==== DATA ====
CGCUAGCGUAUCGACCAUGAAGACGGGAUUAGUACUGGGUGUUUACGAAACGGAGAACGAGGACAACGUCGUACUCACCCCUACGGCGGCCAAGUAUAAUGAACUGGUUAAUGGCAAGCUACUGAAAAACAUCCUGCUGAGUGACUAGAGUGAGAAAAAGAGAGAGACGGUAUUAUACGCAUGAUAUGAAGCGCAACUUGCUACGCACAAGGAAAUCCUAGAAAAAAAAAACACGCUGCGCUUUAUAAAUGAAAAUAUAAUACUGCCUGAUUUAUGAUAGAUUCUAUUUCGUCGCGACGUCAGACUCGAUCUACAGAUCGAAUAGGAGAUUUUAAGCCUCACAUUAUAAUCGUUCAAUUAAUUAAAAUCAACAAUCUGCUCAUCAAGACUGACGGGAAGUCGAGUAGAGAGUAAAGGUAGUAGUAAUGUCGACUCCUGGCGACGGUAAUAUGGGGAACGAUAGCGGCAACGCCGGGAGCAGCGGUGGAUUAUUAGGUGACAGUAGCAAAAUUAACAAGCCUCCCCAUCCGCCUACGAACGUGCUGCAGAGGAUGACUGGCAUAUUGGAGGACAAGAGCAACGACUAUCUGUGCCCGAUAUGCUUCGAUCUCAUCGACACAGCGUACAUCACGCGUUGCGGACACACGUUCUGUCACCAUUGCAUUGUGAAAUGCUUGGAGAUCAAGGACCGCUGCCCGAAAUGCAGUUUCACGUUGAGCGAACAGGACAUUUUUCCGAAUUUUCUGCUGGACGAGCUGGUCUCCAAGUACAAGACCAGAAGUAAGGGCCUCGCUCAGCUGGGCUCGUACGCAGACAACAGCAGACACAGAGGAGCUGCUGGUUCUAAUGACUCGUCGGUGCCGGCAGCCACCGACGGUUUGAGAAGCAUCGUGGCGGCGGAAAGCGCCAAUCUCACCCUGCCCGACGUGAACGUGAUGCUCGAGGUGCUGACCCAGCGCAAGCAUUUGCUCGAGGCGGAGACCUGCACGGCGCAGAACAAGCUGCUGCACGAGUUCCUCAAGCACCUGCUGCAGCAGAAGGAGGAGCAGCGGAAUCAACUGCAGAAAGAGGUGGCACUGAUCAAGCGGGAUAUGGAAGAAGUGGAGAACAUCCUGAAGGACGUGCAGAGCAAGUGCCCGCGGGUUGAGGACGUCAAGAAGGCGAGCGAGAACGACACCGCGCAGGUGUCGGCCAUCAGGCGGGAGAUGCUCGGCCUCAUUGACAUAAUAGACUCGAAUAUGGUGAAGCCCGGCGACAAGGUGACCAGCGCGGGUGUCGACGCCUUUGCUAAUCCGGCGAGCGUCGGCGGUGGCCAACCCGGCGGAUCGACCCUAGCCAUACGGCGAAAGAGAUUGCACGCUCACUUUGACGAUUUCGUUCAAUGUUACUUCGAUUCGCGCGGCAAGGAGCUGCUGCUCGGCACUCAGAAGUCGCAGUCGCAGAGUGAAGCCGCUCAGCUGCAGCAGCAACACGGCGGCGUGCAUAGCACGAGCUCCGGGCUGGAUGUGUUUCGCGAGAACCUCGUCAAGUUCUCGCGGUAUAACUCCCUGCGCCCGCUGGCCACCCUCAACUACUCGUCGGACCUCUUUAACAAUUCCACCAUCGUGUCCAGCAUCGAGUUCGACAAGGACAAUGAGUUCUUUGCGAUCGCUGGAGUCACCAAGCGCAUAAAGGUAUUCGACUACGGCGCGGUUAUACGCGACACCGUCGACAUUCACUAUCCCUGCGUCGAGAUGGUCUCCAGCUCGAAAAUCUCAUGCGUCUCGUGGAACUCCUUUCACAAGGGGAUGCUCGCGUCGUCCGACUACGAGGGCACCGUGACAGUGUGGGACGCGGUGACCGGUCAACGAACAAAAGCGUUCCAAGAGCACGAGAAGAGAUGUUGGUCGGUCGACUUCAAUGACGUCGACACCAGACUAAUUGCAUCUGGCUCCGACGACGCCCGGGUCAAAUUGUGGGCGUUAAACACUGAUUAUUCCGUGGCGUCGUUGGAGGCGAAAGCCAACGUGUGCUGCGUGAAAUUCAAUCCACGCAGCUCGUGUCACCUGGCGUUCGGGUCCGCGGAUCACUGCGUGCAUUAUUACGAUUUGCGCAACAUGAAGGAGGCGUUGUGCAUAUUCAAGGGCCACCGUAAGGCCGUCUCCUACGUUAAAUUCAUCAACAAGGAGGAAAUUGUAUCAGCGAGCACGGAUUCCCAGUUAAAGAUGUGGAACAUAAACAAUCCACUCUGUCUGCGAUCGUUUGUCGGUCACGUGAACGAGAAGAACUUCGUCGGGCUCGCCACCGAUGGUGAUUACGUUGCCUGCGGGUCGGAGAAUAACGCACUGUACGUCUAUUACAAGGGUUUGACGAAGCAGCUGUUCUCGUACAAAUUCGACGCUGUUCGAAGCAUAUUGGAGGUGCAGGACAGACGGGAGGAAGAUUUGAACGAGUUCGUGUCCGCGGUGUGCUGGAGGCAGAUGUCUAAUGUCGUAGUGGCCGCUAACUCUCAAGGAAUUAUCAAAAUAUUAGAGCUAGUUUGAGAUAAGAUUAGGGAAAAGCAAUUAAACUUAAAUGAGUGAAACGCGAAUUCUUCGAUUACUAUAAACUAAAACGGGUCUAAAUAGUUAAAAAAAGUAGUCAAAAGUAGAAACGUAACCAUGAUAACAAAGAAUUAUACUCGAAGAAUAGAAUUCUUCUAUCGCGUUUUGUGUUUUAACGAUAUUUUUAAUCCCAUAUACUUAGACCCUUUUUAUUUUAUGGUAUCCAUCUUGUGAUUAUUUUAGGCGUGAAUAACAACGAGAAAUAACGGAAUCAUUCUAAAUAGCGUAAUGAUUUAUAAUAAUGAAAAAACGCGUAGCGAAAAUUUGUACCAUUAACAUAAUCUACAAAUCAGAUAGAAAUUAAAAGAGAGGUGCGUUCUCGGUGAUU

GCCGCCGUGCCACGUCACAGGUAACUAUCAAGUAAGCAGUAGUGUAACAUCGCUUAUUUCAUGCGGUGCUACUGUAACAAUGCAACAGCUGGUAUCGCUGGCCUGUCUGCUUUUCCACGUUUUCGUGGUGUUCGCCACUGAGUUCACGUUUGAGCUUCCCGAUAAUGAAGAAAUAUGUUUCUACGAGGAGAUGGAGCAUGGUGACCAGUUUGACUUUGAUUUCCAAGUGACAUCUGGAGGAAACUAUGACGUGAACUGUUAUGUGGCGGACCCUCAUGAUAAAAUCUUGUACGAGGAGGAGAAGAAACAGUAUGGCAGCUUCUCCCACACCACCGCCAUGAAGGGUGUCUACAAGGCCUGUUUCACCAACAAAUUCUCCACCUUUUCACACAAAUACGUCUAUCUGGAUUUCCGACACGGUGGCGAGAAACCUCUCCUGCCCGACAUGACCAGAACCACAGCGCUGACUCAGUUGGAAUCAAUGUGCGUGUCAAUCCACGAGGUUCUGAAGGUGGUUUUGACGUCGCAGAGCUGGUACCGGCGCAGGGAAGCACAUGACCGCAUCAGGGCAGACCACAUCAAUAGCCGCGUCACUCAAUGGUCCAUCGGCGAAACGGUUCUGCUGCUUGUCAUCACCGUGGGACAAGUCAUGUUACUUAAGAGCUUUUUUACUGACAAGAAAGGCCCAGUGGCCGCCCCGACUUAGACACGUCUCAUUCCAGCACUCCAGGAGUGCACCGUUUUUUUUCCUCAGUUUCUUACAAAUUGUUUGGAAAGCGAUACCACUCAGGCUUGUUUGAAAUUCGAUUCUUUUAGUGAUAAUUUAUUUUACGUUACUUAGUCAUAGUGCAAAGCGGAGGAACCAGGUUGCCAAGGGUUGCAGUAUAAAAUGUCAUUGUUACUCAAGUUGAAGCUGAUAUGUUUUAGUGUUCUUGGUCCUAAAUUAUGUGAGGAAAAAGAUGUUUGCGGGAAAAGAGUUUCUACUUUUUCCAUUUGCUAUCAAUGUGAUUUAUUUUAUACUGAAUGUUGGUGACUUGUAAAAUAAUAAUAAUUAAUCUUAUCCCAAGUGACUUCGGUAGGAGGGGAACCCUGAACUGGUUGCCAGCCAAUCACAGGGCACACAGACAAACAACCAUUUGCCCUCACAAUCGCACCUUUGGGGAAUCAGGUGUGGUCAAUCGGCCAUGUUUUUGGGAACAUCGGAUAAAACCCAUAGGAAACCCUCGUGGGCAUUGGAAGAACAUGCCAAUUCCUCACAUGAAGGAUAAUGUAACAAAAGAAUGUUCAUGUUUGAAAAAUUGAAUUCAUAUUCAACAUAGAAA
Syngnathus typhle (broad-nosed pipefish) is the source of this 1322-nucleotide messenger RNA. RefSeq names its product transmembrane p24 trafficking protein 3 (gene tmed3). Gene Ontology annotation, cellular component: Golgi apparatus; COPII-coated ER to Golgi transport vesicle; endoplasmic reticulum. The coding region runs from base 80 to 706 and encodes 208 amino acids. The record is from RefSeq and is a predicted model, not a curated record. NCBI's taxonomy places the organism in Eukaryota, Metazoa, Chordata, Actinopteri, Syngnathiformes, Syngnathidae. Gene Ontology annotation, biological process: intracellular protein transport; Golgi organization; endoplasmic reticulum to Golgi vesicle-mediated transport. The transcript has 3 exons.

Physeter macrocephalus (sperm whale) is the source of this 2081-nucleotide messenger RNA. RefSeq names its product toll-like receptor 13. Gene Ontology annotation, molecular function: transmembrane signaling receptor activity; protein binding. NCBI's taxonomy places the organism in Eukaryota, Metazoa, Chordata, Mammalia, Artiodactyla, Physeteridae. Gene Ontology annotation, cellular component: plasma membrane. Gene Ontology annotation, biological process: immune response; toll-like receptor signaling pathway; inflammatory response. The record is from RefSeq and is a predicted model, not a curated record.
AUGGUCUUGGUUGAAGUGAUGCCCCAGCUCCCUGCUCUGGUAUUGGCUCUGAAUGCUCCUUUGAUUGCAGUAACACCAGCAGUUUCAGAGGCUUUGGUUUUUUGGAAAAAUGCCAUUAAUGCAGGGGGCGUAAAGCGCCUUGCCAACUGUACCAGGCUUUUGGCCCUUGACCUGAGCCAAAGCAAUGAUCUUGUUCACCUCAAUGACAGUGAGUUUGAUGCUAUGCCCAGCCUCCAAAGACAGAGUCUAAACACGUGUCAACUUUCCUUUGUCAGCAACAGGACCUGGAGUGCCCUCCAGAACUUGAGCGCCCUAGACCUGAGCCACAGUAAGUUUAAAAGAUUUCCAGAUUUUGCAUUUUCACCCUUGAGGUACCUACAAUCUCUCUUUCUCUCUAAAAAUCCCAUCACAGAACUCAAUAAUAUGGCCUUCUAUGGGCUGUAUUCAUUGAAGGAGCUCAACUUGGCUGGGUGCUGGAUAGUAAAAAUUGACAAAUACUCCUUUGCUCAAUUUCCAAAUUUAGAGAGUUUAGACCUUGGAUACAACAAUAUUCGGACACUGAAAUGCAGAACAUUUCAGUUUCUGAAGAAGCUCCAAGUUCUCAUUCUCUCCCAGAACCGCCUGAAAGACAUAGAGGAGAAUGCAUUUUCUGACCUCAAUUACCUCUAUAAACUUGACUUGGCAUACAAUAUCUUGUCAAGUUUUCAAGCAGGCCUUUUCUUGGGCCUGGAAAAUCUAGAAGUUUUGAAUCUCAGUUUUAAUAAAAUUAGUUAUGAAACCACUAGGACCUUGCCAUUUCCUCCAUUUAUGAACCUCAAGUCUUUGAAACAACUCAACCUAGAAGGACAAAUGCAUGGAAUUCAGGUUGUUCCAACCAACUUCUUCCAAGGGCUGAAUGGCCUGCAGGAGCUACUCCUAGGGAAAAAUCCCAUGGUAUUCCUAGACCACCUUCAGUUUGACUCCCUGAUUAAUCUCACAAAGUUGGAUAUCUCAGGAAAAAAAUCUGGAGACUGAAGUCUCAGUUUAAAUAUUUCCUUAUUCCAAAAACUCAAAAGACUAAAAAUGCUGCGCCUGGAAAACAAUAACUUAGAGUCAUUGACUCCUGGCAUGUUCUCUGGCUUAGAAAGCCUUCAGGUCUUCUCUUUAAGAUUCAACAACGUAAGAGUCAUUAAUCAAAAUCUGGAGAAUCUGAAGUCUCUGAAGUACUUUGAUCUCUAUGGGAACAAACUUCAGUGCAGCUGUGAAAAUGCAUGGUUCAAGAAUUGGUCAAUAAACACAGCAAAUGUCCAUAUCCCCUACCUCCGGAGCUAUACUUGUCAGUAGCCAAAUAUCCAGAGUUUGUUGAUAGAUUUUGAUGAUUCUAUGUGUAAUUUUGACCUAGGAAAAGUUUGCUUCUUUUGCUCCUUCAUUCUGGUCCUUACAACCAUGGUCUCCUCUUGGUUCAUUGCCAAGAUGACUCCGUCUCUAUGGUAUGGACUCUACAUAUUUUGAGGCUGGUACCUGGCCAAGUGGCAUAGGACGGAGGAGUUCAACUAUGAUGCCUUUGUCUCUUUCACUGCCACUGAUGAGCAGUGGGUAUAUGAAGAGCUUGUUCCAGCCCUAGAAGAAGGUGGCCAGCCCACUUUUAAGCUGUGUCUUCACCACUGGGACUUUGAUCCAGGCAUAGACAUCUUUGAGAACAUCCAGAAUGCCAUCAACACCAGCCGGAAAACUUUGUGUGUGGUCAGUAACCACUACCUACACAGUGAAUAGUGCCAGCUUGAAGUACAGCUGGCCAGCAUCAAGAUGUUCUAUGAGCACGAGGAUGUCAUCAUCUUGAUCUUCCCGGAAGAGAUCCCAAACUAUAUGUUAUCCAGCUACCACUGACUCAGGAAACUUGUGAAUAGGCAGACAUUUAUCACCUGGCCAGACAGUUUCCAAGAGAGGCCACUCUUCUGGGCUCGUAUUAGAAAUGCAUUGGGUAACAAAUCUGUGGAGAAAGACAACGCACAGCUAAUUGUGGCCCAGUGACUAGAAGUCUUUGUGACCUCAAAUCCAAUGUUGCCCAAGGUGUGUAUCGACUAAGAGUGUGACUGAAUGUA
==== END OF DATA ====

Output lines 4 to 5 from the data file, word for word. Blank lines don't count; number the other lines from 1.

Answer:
Physeter macrocephalus (sperm whale) is the source of this 2081-nucleotide messenger RNA. RefSeq names its product toll-like receptor 13. Gene Ontology annotation, molecular function: transmembrane signaling receptor activity; protein binding. NCBI's taxonomy places the organism in Eukaryota, Metazoa, Chordata, Mammalia, Artiodactyla, Physeteridae. Gene Ontology annotation, cellular component: plasma membrane. Gene Ontology annotation, biological process: immune response; toll-like receptor signaling pathway; inflammatory response. The record is from RefSeq and is a predicted model, not a curated record.
AUGGUCUUGGUUGAAGUGAUGCCCCAGCUCCCUGCUCUGGUAUUGGCUCUGAAUGCUCCUUUGAUUGCAGUAACACCAGCAGUUUCAGAGGCUUUGGUUUUUUGGAAAAAUGCCAUUAAUGCAGGGGGCGUAAAGCGCCUUGCCAACUGUACCAGGCUUUUGGCCCUUGACCUGAGCCAAAGCAAUGAUCUUGUUCACCUCAAUGACAGUGAGUUUGAUGCUAUGCCCAGCCUCCAAAGACAGAGUCUAAACACGUGUCAACUUUCCUUUGUCAGCAACAGGACCUGGAGUGCCCUCCAGAACUUGAGCGCCCUAGACCUGAGCCACAGUAAGUUUAAAAGAUUUCCAGAUUUUGCAUUUUCACCCUUGAGGUACCUACAAUCUCUCUUUCUCUCUAAAAAUCCCAUCACAGAACUCAAUAAUAUGGCCUUCUAUGGGCUGUAUUCAUUGAAGGAGCUCAACUUGGCUGGGUGCUGGAUAGUAAAAAUUGACAAAUACUCCUUUGCUCAAUUUCCAAAUUUAGAGAGUUUAGACCUUGGAUACAACAAUAUUCGGACACUGAAAUGCAGAACAUUUCAGUUUCUGAAGAAGCUCCAAGUUCUCAUUCUCUCCCAGAACCGCCUGAAAGACAUAGAGGAGAAUGCAUUUUCUGACCUCAAUUACCUCUAUAAACUUGACUUGGCAUACAAUAUCUUGUCAAGUUUUCAAGCAGGCCUUUUCUUGGGCCUGGAAAAUCUAGAAGUUUUGAAUCUCAGUUUUAAUAAAAUUAGUUAUGAAACCACUAGGACCUUGCCAUUUCCUCCAUUUAUGAACCUCAAGUCUUUGAAACAACUCAACCUAGAAGGACAAAUGCAUGGAAUUCAGGUUGUUCCAACCAACUUCUUCCAAGGGCUGAAUGGCCUGCAGGAGCUACUCCUAGGGAAAAAUCCCAUGGUAUUCCUAGACCACCUUCAGUUUGACUCCCUGAUUAAUCUCACAAAGUUGGAUAUCUCAGGAAAAAAAUCUGGAGACUGAAGUCUCAGUUUAAAUAUUUCCUUAUUCCAAAAACUCAAAAGACUAAAAAUGCUGCGCCUGGAAAACAAUAACUUAGAGUCAUUGACUCCUGGCAUGUUCUCUGGCUUAGAAAGCCUUCAGGUCUUCUCUUUAAGAUUCAACAACGUAAGAGUCAUUAAUCAAAAUCUGGAGAAUCUGAAGUCUCUGAAGUACUUUGAUCUCUAUGGGAACAAACUUCAGUGCAGCUGUGAAAAUGCAUGGUUCAAGAAUUGGUCAAUAAACACAGCAAAUGUCCAUAUCCCCUACCUCCGGAGCUAUACUUGUCAGUAGCCAAAUAUCCAGAGUUUGUUGAUAGAUUUUGAUGAUUCUAUGUGUAAUUUUGACCUAGGAAAAGUUUGCUUCUUUUGCUCCUUCAUUCUGGUCCUUACAACCAUGGUCUCCUCUUGGUUCAUUGCCAAGAUGACUCCGUCUCUAUGGUAUGGACUCUACAUAUUUUGAGGCUGGUACCUGGCCAAGUGGCAUAGGACGGAGGAGUUCAACUAUGAUGCCUUUGUCUCUUUCACUGCCACUGAUGAGCAGUGGGUAUAUGAAGAGCUUGUUCCAGCCCUAGAAGAAGGUGGCCAGCCCACUUUUAAGCUGUGUCUUCACCACUGGGACUUUGAUCCAGGCAUAGACAUCUUUGAGAACAUCCAGAAUGCCAUCAACACCAGCCGGAAAACUUUGUGUGUGGUCAGUAACCACUACCUACACAGUGAAUAGUGCCAGCUUGAAGUACAGCUGGCCAGCAUCAAGAUGUUCUAUGAGCACGAGGAUGUCAUCAUCUUGAUCUUCCCGGAAGAGAUCCCAAACUAUAUGUUAUCCAGCUACCACUGACUCAGGAAACUUGUGAAUAGGCAGACAUUUAUCACCUGGCCAGACAGUUUCCAAGAGAGGCCACUCUUCUGGGCUCGUAUUAGAAAUGCAUUGGGUAACAAAUCUGUGGAGAAAGACAACGCACAGCUAAUUGUGGCCCAGUGACUAGAAGUCUUUGUGACCUCAAAUCCAAUGUUGCCCAAGGUGUGUAUCGACUAAGAGUGUGACUGAAUGUA